READ MORE: Quentin Tarantino on How the ‘Threat of Violence’ Makes ‘The Hateful Eight’ So Suspenseful
Much has been written about the production of Quentin Tarantino’s upcoming “The Hateful Eight,” which the director and cinematographer Robert Richardson shot using the Ultra Panavision 70mm format. The anamorphic widescreen photography hadn’t been utilized since the late 1960s, and the resulting image is impressively massive and detailed, particularly when in close-up on an actor’s face. But while much of the reporting on “The Hateful Eight” has focused on producing and shooting in Ultra Panavision, an equally-as-daunting task has been exhibiting it.
That’s where Chapin Cutler comes in. As co-owner of Boston Light & Sound, one of the oldest companies in the country to install and maintain theater film projectors, Chapin has had the herculean task of finding, fixing, testing and setting up all of the 100 film projectors that will play “The Hateful Eight” roadshow starting on Christmas Day. David Bordwell has been documenting Chapin’s efforts over on his website in various posts, and they provide some great insight into the challenging undertaking of setting up and shipping out 100 70mm film prints across America.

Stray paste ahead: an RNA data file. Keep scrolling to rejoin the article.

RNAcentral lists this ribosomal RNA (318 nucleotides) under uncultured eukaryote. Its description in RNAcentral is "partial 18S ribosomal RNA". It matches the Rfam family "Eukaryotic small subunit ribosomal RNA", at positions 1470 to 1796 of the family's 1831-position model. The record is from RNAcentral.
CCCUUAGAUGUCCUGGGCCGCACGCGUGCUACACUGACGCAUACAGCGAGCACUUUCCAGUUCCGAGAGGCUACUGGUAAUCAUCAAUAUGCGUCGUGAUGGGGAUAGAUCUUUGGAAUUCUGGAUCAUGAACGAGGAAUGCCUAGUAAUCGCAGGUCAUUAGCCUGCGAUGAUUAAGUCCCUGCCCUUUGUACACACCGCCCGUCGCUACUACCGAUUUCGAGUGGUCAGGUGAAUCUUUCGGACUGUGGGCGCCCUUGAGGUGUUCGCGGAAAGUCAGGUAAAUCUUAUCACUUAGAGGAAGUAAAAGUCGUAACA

According to Chapin, all of the prints and projectors will be delivered and set up in theaters by Wednesday, December 23, just two days before the roadshow presentation opens in theaters. His team of four has been setting up the prints at a “platter farm” in Valencia, California seven days a week leading up to the release. Each print was delivered to the farm as a 1,000 ft. load and assembled into 20 rolls per print. The prints and reel are then loaded into a shipping case (5 ft. x 5 ft. by 1 ft. thick) that weighs around 400 lbs. total. Out of the box, “The Hateful Eight” print and reel clock in at a hefty 250 lbs.
Head over to Bordwell’s website for more insights, and as you’re watching “The Hateful Eight,” be sure to remember just how much effort it took to exhibit it.